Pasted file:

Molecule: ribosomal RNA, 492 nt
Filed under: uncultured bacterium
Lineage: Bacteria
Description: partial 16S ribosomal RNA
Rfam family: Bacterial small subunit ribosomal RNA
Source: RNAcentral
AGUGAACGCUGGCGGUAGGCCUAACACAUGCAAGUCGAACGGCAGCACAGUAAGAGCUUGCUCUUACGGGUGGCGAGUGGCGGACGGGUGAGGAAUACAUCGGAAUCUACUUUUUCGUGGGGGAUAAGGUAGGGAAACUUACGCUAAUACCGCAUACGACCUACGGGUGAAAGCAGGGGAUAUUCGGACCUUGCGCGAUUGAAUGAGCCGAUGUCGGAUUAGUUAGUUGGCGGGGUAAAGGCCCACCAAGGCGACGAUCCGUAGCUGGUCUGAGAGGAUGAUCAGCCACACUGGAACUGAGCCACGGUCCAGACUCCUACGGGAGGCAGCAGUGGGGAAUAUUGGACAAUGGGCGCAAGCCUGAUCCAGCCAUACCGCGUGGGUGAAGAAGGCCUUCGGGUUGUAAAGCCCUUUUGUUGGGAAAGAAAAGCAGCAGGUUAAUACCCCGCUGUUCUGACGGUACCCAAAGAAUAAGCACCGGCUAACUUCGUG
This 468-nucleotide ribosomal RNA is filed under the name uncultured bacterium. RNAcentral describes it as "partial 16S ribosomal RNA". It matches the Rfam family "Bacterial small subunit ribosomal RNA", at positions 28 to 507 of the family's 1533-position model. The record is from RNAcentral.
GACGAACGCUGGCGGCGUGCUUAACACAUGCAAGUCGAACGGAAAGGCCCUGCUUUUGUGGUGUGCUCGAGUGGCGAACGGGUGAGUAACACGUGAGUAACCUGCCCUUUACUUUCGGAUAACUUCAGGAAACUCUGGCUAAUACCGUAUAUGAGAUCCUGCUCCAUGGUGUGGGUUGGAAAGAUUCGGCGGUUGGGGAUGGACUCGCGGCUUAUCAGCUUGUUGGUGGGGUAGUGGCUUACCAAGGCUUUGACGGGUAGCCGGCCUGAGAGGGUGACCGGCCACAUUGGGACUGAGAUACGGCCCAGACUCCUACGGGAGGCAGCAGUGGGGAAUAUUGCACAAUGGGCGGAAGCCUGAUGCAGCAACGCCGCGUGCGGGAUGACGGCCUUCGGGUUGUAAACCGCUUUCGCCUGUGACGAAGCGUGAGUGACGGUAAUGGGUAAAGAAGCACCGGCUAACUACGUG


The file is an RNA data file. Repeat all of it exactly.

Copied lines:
Molecule: ribosomal RNA, 492 nt
Filed under: uncultured bacterium
Lineage: Bacteria
Description: partial 16S ribosomal RNA
Rfam family: Bacterial small subunit ribosomal RNA
Source: RNAcentral
AGUGAACGCUGGCGGUAGGCCUAACACAUGCAAGUCGAACGGCAGCACAGUAAGAGCUUGCUCUUACGGGUGGCGAGUGGCGGACGGGUGAGGAAUACAUCGGAAUCUACUUUUUCGUGGGGGAUAAGGUAGGGAAACUUACGCUAAUACCGCAUACGACCUACGGGUGAAAGCAGGGGAUAUUCGGACCUUGCGCGAUUGAAUGAGCCGAUGUCGGAUUAGUUAGUUGGCGGGGUAAAGGCCCACCAAGGCGACGAUCCGUAGCUGGUCUGAGAGGAUGAUCAGCCACACUGGAACUGAGCCACGGUCCAGACUCCUACGGGAGGCAGCAGUGGGGAAUAUUGGACAAUGGGCGCAAGCCUGAUCCAGCCAUACCGCGUGGGUGAAGAAGGCCUUCGGGUUGUAAAGCCCUUUUGUUGGGAAAGAAAAGCAGCAGGUUAAUACCCCGCUGUUCUGACGGUACCCAAAGAAUAAGCACCGGCUAACUUCGUG
This 468-nucleotide ribosomal RNA is filed under the name uncultured bacterium. RNAcentral describes it as "partial 16S ribosomal RNA". It matches the Rfam family "Bacterial small subunit ribosomal RNA", at positions 28 to 507 of the family's 1533-position model. The record is from RNAcentral.
GACGAACGCUGGCGGCGUGCUUAACACAUGCAAGUCGAACGGAAAGGCCCUGCUUUUGUGGUGUGCUCGAGUGGCGAACGGGUGAGUAACACGUGAGUAACCUGCCCUUUACUUUCGGAUAACUUCAGGAAACUCUGGCUAAUACCGUAUAUGAGAUCCUGCUCCAUGGUGUGGGUUGGAAAGAUUCGGCGGUUGGGGAUGGACUCGCGGCUUAUCAGCUUGUUGGUGGGGUAGUGGCUUACCAAGGCUUUGACGGGUAGCCGGCCUGAGAGGGUGACCGGCCACAUUGGGACUGAGAUACGGCCCAGACUCCUACGGGAGGCAGCAGUGGGGAAUAUUGCACAAUGGGCGGAAGCCUGAUGCAGCAACGCCGCGUGCGGGAUGACGGCCUUCGGGUUGUAAACCGCUUUCGCCUGUGACGAAGCGUGAGUGACGGUAAUGGGUAAAGAAGCACCGGCUAACUACGUG